Cotton Candy Machines
The history of cotton candy machines
Cotton candy machines have been a common sight at carnivals and fairgrounds since the early 1900s when William J. Morrison and John C. Wharton first used their machine at the 1904 St Louis World's Fair. It was first invented in 1897 by the two Nashville candy makers when they developed an electric machine to produce the popular treat, then known as spun sugar. Previously spun sugar was made by melting sugar, dipping a fork in to create strings of dried sugar and then placing the strings on an upside down bowl. The strings of sugar would then be bundled onto a plate and served as a desert. It was a trend that began in Italy in the fifteenth century but because making it was so time consuming it wasn't practical to try and sell it to large groups of people. Electric cotton candy machines made it possible to produce large amounts of spun sugar in a fraction of the time and it was such a huge success that an entire indsutry emerged to satisfy the demand.
Unfortunately these early cotton candy machines were quite unreliable and constantly broke down. Then in 1949 the Gold Medal company developed a far more reliable version and they have dominated the industry ever since. However, the basic concept of how these machines work remains the same. All cotton candy machines consist of a bowl into which the sugar and coloring is poured. Heaters then melt the sugar while it is spun; the centrifugal force pushes the melted sugar out through tiny holes into a larger bowl where the cotton-like candy is caught by the operator. It's a simple concept but any who has tried it will tell you it's not as easy as it sounds. For this reason cotton candy machines have been as much an attraction at fairs and carnivals as anything else and have captivated children of all ages since the 1904 World's Fair.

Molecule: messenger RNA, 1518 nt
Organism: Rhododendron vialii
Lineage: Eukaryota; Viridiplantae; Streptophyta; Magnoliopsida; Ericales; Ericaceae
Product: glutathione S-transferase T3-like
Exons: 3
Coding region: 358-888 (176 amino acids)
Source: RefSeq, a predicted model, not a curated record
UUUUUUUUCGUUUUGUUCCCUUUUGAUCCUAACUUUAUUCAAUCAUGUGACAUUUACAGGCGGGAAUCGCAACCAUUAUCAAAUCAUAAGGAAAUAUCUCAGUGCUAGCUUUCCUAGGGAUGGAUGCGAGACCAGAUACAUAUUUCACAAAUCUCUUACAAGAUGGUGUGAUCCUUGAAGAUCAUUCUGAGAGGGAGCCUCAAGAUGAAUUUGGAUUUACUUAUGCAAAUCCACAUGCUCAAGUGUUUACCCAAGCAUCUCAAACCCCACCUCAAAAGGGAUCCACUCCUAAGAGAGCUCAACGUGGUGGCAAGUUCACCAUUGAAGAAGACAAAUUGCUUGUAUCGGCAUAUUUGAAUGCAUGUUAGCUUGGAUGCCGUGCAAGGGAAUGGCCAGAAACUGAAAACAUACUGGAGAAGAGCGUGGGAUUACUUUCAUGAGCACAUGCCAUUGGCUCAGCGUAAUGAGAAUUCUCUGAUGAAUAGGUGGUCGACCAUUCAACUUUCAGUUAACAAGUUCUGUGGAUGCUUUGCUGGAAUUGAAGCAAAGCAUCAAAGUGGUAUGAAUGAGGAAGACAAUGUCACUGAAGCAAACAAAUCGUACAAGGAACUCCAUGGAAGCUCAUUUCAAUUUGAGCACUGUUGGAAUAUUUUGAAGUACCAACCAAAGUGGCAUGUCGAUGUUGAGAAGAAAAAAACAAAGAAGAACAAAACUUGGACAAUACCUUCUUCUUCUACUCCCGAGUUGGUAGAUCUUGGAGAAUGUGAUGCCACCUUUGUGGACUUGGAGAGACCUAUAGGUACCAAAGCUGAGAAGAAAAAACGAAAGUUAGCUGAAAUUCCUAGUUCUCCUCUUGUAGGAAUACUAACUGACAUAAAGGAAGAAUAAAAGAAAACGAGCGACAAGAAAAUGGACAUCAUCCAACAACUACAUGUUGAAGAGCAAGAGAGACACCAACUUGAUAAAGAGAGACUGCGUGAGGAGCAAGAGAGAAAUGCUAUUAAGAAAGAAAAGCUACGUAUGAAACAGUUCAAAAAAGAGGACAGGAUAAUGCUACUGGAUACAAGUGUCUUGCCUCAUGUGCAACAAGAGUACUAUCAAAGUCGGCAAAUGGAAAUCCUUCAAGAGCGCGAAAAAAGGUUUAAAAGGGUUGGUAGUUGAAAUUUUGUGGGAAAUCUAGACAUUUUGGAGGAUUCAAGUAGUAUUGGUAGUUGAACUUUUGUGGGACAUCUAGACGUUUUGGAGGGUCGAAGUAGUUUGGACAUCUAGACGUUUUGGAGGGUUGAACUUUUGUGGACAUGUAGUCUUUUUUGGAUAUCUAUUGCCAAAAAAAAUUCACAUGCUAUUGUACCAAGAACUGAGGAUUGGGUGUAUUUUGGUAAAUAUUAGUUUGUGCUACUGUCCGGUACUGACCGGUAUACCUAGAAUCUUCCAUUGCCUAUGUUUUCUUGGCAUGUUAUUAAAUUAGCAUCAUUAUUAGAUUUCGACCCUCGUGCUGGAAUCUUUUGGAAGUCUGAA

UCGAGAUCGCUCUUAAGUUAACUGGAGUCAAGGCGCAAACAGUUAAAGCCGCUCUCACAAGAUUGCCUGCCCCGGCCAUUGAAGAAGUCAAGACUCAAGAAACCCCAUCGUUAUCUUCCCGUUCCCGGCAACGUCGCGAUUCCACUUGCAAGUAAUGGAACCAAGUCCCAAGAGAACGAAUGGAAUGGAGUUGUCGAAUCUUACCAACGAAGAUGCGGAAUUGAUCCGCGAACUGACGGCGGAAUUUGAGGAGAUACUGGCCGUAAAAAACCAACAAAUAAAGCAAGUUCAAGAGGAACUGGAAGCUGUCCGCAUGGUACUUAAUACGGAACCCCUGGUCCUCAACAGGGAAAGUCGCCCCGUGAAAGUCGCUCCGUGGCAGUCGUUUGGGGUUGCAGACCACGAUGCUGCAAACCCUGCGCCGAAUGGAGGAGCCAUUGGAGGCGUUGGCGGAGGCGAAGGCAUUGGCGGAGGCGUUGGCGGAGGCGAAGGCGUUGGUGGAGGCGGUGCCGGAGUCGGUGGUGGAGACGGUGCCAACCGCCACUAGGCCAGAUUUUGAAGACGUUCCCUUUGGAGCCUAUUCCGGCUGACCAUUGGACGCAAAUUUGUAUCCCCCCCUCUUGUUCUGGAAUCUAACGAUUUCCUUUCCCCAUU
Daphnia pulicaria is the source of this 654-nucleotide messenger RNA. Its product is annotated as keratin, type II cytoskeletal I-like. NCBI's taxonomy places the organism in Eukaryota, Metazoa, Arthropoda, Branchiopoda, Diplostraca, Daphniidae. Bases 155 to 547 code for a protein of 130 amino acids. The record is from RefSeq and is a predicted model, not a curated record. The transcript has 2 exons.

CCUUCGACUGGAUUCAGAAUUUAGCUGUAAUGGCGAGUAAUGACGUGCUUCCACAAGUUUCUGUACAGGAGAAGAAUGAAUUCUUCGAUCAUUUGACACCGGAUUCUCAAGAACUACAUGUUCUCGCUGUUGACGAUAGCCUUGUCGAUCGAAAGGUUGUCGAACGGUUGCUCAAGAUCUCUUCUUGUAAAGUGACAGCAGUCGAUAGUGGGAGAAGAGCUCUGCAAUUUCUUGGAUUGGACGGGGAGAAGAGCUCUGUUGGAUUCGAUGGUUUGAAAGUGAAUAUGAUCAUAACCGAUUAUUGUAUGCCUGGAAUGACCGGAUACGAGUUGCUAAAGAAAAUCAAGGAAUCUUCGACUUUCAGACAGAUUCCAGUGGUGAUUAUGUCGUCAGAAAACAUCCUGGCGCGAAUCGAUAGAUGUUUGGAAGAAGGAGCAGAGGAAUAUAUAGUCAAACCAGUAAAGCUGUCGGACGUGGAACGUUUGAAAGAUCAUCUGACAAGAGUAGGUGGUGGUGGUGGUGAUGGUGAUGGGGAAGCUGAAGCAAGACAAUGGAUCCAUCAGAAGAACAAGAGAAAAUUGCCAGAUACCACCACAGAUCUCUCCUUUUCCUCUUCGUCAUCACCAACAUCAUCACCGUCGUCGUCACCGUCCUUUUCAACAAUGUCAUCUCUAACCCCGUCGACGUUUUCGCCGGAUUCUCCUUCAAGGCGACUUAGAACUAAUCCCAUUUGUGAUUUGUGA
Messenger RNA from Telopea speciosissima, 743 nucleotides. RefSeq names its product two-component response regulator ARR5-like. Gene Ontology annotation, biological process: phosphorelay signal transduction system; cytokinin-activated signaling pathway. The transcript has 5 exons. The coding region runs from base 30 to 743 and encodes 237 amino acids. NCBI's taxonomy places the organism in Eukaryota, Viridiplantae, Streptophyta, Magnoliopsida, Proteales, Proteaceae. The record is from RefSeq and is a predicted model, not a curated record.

Cotton Candy Manufacturers - Gold Medal, Rival
Modern advances have meant that just about anybody can get a cotton candy machine of their very own and home cotton candy makers are sold in department stores everywhere. However, most machines found in these stores are not very reliable, not very durable and don't produce much cotton candy. They may make a novel gift for children but anyone who is serious about their candy will need to look online or at independent distributors for a machine with a decent warranty and a sturdy design. Gold Medal is the best choice but other reliable manufacturers include Nostalgia Electrics and Rival. Both these manufacturers produce home and commercial cotton candy machines that have received positive feedback by consumers and independent testers alike. Obviously there is a big difference in price between these and the plastic tweety bird models found in department stores, but if you're looking for a good quality cotton candy maker it's a worthwhile investment.
The cost of owning a cotton candy machine doesn't end with the purchase price. You'll need to get sugar, coloring, cones or bags and then there's the cost of running the machine. Purchase price depends on the motor, spinner head, band and the bowl (for example, whether the bowl is made from aluminum or plastic) while the cost of running a cotton candy maker depends on how much wattage is required to power the machine.